BalMore and Less

Ballard's newest lounge offers great, locally sourced plates, but you'll have to pay the price.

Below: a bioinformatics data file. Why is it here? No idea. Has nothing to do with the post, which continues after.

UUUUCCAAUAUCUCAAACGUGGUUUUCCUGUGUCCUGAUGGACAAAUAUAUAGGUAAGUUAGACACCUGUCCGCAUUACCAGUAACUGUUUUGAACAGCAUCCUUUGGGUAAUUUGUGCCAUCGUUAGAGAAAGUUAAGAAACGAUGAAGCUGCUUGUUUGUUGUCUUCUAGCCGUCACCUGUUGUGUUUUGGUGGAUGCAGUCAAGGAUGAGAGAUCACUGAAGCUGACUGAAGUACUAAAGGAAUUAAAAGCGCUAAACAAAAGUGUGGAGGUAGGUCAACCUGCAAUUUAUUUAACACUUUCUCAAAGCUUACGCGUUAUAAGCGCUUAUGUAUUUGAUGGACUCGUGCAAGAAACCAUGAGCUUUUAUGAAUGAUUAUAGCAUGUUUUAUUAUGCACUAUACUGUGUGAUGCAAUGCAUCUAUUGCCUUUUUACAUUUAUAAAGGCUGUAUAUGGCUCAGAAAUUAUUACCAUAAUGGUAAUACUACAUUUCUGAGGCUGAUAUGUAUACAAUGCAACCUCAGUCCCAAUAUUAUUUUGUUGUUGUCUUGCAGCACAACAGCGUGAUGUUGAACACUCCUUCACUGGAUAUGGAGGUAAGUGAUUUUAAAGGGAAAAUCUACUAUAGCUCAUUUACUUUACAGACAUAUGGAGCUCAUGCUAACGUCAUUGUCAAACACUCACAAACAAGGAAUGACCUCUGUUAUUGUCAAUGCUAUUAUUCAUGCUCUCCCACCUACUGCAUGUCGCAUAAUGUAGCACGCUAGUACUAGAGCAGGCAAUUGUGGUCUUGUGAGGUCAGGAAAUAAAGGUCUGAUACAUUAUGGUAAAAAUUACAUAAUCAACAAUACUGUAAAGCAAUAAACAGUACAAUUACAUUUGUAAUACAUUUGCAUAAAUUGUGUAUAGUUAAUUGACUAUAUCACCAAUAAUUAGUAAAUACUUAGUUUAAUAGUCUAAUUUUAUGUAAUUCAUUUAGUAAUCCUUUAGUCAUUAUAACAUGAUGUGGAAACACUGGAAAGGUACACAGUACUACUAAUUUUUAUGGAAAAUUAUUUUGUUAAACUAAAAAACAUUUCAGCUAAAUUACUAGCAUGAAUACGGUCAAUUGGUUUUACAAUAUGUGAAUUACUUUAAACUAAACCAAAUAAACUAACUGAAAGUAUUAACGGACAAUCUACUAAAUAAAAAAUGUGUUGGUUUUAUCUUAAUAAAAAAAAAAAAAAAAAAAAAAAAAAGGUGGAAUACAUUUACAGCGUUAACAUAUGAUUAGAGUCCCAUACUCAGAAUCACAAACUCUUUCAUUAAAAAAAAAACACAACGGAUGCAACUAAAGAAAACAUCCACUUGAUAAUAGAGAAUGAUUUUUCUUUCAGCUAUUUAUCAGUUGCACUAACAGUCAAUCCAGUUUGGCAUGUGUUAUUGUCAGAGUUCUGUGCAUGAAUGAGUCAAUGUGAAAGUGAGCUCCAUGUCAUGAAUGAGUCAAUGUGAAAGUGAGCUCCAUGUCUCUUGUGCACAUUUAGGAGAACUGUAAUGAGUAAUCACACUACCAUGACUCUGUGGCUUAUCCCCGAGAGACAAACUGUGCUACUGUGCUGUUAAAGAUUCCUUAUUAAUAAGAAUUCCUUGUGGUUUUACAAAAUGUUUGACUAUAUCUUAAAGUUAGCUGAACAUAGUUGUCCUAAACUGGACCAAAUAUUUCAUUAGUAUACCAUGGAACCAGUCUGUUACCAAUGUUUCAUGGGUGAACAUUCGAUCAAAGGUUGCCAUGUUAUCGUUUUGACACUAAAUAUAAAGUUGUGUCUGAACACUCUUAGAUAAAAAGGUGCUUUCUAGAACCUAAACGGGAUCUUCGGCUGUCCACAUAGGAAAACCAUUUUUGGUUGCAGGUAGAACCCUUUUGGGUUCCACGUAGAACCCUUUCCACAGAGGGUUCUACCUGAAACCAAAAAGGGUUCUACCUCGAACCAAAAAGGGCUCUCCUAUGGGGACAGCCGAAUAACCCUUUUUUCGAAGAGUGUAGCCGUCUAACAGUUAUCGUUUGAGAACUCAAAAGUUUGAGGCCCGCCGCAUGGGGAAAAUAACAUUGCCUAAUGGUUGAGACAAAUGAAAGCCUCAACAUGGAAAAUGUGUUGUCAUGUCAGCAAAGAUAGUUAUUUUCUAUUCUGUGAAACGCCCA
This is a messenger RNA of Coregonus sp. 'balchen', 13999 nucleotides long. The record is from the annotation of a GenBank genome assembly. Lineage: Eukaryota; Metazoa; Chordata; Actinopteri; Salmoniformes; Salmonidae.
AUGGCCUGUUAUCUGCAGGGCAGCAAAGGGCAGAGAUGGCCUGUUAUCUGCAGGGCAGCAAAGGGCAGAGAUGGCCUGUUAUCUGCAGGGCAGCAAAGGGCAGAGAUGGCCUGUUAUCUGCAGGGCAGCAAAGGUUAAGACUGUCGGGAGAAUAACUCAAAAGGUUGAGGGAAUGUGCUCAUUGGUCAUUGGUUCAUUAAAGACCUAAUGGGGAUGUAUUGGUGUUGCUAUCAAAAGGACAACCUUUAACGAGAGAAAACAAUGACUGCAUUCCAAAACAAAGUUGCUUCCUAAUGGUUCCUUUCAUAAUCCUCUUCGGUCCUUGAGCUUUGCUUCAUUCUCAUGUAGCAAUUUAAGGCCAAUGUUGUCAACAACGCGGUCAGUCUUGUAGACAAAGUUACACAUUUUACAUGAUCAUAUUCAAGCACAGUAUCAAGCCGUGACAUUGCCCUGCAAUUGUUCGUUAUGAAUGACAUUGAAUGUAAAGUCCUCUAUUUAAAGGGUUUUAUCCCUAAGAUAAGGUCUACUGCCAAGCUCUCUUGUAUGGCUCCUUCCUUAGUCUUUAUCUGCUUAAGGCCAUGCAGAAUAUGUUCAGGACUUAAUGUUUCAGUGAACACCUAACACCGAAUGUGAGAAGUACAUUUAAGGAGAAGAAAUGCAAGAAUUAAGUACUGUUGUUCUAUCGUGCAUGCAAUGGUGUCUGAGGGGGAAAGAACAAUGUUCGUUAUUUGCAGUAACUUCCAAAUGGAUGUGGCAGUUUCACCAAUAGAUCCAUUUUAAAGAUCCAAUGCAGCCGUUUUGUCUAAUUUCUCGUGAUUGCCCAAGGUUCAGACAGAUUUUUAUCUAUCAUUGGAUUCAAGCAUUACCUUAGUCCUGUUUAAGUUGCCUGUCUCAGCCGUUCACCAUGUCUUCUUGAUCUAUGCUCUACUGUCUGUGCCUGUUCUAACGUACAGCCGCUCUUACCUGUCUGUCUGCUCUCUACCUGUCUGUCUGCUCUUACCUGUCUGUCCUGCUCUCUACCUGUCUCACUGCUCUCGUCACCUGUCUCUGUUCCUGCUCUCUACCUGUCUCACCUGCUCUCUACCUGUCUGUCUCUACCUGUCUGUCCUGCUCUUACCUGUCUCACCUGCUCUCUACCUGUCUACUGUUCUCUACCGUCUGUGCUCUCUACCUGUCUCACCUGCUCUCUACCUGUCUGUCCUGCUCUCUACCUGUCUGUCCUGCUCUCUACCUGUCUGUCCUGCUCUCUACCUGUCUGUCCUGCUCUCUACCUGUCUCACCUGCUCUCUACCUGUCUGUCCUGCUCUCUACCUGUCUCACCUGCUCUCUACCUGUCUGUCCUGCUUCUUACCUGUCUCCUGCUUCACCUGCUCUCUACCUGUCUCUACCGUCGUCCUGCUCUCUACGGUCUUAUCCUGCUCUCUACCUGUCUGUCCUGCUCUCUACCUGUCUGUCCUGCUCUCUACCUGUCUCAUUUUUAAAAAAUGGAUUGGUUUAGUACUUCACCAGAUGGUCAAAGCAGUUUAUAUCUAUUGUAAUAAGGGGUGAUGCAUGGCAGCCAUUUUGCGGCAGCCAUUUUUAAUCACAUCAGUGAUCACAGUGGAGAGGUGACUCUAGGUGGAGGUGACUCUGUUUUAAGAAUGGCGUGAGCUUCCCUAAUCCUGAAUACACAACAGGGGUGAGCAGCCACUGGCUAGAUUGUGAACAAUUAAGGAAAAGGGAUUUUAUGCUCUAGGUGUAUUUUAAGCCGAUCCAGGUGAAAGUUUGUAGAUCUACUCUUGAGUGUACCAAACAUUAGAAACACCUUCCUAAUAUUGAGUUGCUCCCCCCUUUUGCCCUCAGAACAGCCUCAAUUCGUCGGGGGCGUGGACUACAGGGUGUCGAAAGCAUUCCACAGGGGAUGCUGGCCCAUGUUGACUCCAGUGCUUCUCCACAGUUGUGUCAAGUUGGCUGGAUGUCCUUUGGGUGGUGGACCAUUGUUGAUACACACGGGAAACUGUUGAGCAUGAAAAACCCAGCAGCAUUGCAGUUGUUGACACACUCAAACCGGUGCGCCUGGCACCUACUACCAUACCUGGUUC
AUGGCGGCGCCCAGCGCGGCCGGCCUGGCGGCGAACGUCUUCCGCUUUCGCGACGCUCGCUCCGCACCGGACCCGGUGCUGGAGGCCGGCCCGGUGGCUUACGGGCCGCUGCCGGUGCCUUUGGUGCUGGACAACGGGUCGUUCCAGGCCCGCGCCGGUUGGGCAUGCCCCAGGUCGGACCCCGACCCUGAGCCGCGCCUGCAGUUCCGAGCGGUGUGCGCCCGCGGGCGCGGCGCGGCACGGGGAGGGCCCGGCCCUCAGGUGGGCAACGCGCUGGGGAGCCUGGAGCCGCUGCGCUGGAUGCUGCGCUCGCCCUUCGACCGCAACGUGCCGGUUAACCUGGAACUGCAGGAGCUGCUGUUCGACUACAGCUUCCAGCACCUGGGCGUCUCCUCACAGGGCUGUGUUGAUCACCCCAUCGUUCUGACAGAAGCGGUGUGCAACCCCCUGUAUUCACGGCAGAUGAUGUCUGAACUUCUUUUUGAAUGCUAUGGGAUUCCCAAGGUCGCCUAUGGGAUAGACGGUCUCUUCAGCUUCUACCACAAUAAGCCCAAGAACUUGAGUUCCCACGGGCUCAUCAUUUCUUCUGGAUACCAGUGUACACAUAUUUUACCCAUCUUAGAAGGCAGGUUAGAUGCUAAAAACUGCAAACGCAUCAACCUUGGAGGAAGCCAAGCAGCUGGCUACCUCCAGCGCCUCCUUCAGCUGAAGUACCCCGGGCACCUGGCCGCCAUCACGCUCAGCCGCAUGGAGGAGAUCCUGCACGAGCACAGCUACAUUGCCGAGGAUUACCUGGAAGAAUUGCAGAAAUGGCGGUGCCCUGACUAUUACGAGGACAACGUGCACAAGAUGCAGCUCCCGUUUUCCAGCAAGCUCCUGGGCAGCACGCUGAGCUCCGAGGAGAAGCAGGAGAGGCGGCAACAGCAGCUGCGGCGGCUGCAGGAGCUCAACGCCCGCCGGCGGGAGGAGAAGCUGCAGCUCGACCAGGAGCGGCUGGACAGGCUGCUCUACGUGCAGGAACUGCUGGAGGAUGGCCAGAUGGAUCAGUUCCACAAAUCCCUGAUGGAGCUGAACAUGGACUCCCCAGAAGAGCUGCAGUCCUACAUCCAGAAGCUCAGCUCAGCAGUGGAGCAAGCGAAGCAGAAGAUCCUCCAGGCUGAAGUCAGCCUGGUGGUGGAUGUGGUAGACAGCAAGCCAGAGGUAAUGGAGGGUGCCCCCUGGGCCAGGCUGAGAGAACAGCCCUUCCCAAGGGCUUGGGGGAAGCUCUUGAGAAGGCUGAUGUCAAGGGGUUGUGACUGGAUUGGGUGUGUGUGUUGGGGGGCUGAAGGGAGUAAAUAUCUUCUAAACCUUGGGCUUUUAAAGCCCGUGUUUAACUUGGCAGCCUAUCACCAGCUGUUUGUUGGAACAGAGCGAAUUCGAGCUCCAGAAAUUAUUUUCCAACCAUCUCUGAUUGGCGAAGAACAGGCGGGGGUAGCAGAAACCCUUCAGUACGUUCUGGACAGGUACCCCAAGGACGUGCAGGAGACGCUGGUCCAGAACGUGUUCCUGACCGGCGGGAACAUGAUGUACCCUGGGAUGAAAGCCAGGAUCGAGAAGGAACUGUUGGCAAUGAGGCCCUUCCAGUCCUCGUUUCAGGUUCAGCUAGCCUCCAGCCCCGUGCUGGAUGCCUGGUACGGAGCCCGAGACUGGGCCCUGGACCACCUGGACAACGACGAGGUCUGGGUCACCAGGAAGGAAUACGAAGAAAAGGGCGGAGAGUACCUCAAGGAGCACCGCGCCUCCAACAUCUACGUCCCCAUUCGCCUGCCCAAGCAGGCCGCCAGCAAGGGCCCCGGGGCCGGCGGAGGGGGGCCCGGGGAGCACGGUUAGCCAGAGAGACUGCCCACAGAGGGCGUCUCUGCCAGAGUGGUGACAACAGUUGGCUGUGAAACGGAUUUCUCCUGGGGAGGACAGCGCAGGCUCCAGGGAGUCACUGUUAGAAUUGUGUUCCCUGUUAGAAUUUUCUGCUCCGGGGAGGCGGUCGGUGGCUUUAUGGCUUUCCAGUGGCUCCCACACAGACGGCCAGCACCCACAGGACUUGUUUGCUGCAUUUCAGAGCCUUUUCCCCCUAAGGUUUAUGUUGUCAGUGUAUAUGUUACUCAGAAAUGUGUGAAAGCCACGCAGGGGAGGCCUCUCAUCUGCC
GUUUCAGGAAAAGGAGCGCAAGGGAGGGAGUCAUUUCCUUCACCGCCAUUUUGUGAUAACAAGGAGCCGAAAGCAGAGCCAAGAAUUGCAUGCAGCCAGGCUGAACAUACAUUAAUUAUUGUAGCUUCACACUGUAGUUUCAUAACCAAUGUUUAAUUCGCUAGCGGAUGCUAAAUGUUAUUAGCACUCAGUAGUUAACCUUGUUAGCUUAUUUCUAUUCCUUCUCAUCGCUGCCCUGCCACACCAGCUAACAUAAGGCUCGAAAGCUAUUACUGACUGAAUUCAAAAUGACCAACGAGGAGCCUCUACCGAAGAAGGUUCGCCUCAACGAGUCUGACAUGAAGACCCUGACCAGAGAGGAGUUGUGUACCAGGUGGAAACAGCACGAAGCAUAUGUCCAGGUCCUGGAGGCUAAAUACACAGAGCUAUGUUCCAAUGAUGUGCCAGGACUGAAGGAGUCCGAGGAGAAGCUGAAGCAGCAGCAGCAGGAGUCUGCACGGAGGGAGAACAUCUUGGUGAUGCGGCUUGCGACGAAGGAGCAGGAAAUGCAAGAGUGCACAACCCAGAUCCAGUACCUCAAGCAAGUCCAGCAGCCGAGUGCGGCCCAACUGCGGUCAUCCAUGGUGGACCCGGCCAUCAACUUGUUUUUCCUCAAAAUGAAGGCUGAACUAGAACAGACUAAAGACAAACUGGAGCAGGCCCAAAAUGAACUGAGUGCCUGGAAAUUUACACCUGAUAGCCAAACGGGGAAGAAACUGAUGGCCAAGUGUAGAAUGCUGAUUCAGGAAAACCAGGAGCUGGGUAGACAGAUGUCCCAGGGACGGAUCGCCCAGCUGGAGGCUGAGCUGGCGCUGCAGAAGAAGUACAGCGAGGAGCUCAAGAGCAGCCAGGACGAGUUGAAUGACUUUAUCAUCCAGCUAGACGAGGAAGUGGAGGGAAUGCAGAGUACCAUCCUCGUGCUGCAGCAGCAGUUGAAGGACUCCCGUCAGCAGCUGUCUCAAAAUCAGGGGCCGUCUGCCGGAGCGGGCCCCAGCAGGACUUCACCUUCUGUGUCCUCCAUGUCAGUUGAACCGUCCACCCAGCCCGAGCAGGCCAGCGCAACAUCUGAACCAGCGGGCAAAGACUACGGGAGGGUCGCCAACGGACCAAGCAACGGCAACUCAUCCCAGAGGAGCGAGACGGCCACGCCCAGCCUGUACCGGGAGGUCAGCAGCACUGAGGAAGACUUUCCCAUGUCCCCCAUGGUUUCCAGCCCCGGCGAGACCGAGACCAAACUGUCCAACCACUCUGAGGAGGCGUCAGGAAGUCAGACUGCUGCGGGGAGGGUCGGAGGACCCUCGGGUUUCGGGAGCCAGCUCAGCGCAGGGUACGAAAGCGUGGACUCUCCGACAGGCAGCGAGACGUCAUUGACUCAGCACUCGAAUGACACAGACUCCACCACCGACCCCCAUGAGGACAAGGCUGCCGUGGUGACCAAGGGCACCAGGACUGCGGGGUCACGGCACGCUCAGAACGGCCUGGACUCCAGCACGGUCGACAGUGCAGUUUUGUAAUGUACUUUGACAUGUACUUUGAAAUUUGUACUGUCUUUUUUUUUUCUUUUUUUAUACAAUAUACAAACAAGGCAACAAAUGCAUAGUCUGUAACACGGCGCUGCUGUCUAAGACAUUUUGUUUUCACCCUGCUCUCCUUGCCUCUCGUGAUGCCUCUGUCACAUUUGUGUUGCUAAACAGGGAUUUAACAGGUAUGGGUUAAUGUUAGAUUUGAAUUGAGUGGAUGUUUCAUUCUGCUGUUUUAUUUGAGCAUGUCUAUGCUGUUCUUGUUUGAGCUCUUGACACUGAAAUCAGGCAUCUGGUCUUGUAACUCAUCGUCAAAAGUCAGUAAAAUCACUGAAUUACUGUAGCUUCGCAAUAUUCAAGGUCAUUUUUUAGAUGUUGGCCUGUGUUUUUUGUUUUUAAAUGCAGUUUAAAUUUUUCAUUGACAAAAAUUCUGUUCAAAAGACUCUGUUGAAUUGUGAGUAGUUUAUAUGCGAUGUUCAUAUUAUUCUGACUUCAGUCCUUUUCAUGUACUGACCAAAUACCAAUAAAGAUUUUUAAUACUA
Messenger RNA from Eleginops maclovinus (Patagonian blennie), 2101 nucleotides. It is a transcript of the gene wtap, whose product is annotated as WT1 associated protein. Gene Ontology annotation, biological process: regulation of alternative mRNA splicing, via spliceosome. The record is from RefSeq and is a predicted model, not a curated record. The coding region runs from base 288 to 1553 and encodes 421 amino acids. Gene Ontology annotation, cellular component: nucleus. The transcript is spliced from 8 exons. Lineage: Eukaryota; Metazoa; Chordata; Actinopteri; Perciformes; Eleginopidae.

There's much that feels thoughtful about the BalMar, a stylish, newish lounge at the corner of Ballard Avenue and Market Street. Take, for example, the preservation of the 1920s building's exposed brick walls and old wide-plank floors, and the incorporation of the steel beams (from a recent seismic retrofit) as architectural elements in the airy, two-story space. Or the menu of small plates, helpfully divided into seafood, veggies, meats, and a catchall category of nibblies labeled "etc. . . ," with plenty of choices in each section. Given all this, as my husband and I settled in to enjoy a couple of classy, well-made cocktails on a recent visit (him: an old- fashioned, $7; me: a blood orange martini, $8), the arrival of our fillet of Snake River Farms Kobe beef ($15) was a bit of a disappointment—two small cubes of meat dwarfed by a long, oval plate. The beef was beautifully cooked—I loved the contrast between the seared outside and the rare middle—and well paired with a veal reduction and Bleu de Basque cheese, but if you blinked, you'd wonder where your $15 went. A dish of anchovies and roasted peppers on grilled bread ($8) revealed another hazard of small portions: I thought it was perfectly tasty, but my husband, who seemed to have gotten the dish's entire ration of sherry vinegar on his piece of bread, found it soggy and sour. I don't mean to sound like a skinflint, but the BalMar's Web site suggests that co-owners Andrea Martin and Steve Mako envision the restaurant as a neighborhood gathering place, not a special-occasion foodie heaven. I appreciated the opportunity to sample a variety of dishes without stuffing myself silly, but with a light dinner and drinks for two approaching three figures, those who can afford to regularly hang out here probably make up a select slice of the neighborhood. Granted, the BalMar serves wild seafood, small-ranch meats, and local organic produce—there's more of that thoughtfulness at work—and such careful sourcing comes at a premium. Yet would slightly simpler ingredients (regular old pasture-raised beef instead of Kobe? Arugula in place of microgreens?) allow for a wider variety of clientele, and more return visits? A cold beet salad ($10) got higher marks from us—crisp, earthy beets contrasted nicely with candied pecans and pungent Cabrales cheese. But the highlight of the evening was a big pile of french-fried potatoes ($5) gussied up with spicy paprika, crumbles of Bleu de Basque cheese, and a generous ramekin of banana ketchup for dipping. It was a great combination of familiar and adventurous flavors, and perfect for noshing on as we nursed our drinks, chatted, and people-watched. Indeed, although the restaurant wasn't busy, there was a great mix of people—hip young couples, groups of older friends, pregnant bellies, a barkeep from the pub down the street having a glass of wine with a friend—and I caught the appeal of that convivial gathering place the owners say they envision. When a girlfriend and I returned for a second visit one Sunday evening (we wanted to sample the specials that chef Andrew Ingram builds from weekly trips to the Ballard farmers market), we happened to hit happy hour. Most food and drinks are 25 percent off from 5 to 7 p.m. daily, and this seemed to make a big difference; this time, the food seemed well worth the price. First, a couple of cocktails befitting girls' night out: a Ryan Lee ($6 during happy hour/regularly $8), made with fresh-tasting Clear Creek pear brandy; and a Bal-ini, a fruity but not too sweet rendition of a classic Bellini ($6.75/$9). Next, more of that Kobe beef, this time in the form of Swedish meatballs ($8.25/$11)—one of a couple of dishes on the menu that give the nod to Ballard's Scandinavian heritage. I grew up eating Swedish meatballs, and I can vouch that these were the real deal: rich and tender with traditional white gravy and tart lingonberries on the side. And the BalMar did nostalgia one better, rounding out the plate with "noodles" of shaved salsify, an old-fashioned root vegetable with an earthy flavor and a healthy crunch. Salsify showed up again, cut into matchsticks and tossed in truffle oil, to accompany a piece of Oregon skate wing with crabapple chutney ($8.25/$11). From the farmers market specials, we chose a piece of smoked trout with homemade red-pepper noodles ($8.25/$11), a wonderful tangle of smoky, spicy, and creamy flavors. If you're fortunate enough to have Terri as your server, the lean, attentive brunette will probably push the molten spiced chocolate cake ($8) on you when it's time for dessert, and you should let her. A gooey round of chili-spiked chocolate cake is surrounded by clouds of chantilly cream and seared but still-firm bananas. It's a bit over the top, and it's delicious. Now there's a dish that's made to be passed around and shared. info@seattleweekly.com

 
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